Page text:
What is Nrf2?
adapted from LifeVantage Science Newsletter
Every second of every day of our life, our cells are bombarded by toxins that are produced when we consume food or take in oxygen.
These toxins, known as oxidants or free radicals, can wreak havoc on all components of our cells, including lipids, proteins and our DNA.
Our bodies are designed to fight off these free radicals with survival genes. But by the time a person reaches age 20, the number of free radicals produced increases, while the number of defensive genes to fight off these free radicals decreases.
This leads to oxidative stress. Oxidative stress contributes to the symptoms of aging.
Critical to the fight against oxidative stress is the protein messenger Nrf2.
In the words of LifeVantage Chief Science Officer Dr. Joe McCord, Nrf2 “significantly modulates the expression of more than 1,000 survival genes, enabling our body to cope with oxidative stress and other kinds of stress as well.”
Further, the website devoted to dispensing info about Nrf2 says, “Nrf2 is a powerful protein that is latent within each cell in the body, unable to move or operate until it is released by an Nrf2 activator. Once released it migrates into the cell nucleus and bonds to the DNA at the location of the Antioxidant Response Element (ARE) or also called hARE (Human Antioxidant Response Element) which is the master regulator of the total antioxidant system that is available in ALL human cells.”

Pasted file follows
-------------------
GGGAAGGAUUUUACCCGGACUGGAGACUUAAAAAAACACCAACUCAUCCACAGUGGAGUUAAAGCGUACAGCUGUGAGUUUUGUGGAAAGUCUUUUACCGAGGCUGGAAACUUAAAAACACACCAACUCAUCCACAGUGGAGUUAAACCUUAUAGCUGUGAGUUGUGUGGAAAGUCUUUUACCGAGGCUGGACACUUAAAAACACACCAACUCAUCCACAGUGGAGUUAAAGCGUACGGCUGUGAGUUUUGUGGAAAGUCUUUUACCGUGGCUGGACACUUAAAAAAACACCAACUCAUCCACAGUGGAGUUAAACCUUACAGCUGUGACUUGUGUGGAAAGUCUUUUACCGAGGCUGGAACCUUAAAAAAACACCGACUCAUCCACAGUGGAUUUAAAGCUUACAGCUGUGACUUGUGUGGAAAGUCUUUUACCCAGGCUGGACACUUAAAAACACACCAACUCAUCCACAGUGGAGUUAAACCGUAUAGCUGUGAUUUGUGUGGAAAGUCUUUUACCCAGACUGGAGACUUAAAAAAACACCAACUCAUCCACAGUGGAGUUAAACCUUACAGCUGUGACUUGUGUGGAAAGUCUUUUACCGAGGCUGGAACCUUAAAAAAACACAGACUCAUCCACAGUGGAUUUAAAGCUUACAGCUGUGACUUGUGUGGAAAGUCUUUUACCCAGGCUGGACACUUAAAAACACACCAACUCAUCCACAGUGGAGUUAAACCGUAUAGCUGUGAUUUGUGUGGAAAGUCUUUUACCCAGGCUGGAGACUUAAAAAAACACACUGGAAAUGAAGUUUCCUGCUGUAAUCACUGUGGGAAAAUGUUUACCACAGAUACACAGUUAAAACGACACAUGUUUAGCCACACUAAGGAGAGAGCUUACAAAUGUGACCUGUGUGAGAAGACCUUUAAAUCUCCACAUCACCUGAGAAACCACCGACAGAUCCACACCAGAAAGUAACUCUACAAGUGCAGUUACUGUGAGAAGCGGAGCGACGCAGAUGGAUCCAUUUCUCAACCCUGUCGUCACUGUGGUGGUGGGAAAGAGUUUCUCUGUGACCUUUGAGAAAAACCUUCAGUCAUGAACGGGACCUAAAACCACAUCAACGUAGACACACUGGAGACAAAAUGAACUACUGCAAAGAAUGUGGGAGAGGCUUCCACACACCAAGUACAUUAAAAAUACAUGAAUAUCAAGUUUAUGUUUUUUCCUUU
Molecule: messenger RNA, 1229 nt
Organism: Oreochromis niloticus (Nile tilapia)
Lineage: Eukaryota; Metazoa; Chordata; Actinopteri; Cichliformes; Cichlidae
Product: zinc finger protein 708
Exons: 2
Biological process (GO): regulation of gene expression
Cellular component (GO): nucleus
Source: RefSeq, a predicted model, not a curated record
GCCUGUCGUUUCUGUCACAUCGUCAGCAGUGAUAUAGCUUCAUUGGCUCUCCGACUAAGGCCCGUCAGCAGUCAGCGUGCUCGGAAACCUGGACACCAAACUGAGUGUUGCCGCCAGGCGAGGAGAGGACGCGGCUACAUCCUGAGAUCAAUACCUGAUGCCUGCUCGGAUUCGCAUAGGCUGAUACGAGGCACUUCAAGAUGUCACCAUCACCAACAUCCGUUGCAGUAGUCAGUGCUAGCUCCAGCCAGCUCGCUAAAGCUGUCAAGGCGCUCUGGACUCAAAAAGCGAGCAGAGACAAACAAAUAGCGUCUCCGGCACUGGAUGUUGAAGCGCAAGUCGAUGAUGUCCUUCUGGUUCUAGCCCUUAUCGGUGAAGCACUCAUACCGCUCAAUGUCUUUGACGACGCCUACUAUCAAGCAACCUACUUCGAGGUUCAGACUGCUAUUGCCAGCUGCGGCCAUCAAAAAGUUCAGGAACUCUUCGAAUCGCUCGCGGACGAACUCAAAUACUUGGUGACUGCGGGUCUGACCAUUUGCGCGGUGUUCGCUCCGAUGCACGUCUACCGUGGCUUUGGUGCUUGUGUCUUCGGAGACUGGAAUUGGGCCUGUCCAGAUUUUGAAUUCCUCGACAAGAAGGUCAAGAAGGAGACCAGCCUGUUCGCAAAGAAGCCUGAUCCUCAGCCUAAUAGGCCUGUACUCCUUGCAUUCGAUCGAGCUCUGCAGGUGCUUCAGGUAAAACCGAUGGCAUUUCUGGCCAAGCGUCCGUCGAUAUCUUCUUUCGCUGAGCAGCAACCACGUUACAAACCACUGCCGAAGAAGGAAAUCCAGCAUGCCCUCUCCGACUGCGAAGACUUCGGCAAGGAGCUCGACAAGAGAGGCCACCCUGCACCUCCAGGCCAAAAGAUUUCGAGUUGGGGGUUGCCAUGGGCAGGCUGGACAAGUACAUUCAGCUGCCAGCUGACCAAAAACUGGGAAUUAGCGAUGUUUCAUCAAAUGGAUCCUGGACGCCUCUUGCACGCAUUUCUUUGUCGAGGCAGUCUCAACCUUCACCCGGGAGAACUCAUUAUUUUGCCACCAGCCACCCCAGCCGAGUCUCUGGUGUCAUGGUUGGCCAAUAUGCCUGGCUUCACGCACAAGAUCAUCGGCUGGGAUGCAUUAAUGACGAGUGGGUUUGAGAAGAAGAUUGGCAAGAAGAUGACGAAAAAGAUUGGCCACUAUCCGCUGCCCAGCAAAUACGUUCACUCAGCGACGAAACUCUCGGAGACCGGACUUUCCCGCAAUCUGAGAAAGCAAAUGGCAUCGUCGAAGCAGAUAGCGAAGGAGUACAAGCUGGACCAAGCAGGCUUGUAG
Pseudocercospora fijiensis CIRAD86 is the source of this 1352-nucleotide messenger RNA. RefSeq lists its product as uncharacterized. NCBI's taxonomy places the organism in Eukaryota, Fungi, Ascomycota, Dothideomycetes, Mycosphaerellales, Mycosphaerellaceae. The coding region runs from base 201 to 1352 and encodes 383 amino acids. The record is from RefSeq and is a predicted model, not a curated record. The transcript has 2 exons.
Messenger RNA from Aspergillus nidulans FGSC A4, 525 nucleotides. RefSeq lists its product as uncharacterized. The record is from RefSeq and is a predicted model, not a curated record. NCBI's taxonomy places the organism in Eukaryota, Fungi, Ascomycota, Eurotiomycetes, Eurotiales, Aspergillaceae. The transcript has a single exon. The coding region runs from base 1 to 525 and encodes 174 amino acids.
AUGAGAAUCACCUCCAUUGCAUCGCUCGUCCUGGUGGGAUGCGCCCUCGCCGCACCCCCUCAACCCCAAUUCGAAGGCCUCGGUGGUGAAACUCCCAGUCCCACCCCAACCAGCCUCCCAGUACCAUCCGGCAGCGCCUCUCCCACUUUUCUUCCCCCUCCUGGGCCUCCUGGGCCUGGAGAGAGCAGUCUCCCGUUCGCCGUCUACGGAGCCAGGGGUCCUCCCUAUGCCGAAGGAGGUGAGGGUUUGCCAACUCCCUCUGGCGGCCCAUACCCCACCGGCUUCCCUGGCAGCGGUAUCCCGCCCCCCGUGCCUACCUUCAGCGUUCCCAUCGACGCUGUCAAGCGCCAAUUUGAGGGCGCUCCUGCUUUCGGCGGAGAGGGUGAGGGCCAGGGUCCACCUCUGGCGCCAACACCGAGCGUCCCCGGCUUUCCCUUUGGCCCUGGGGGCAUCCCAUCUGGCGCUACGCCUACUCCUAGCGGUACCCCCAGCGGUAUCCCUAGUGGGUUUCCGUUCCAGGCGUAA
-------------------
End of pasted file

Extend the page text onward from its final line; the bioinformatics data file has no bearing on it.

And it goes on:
Nrf2 can switch on protective genes and switch off genes that have a negative impact on health.
There are ways to call Nrf2 into action. Certain foods, especially fruits and vegetables such as broccoli, will give you a brief stimulation of Nrf2 for approximately 24 hours. But there is another way to activate Nrf2, one that is much, much more powerful than antioxidants you can get by consuming fruits or vegetables.
Protandim®, the Nrf2 Synergizer®, induces the body to produce more of these powerful, natural antioxidant enzymes. When Protandim turns on the switch to produce these enzymes, each new enzyme molecule can eliminate up to 1 million free radicals per second.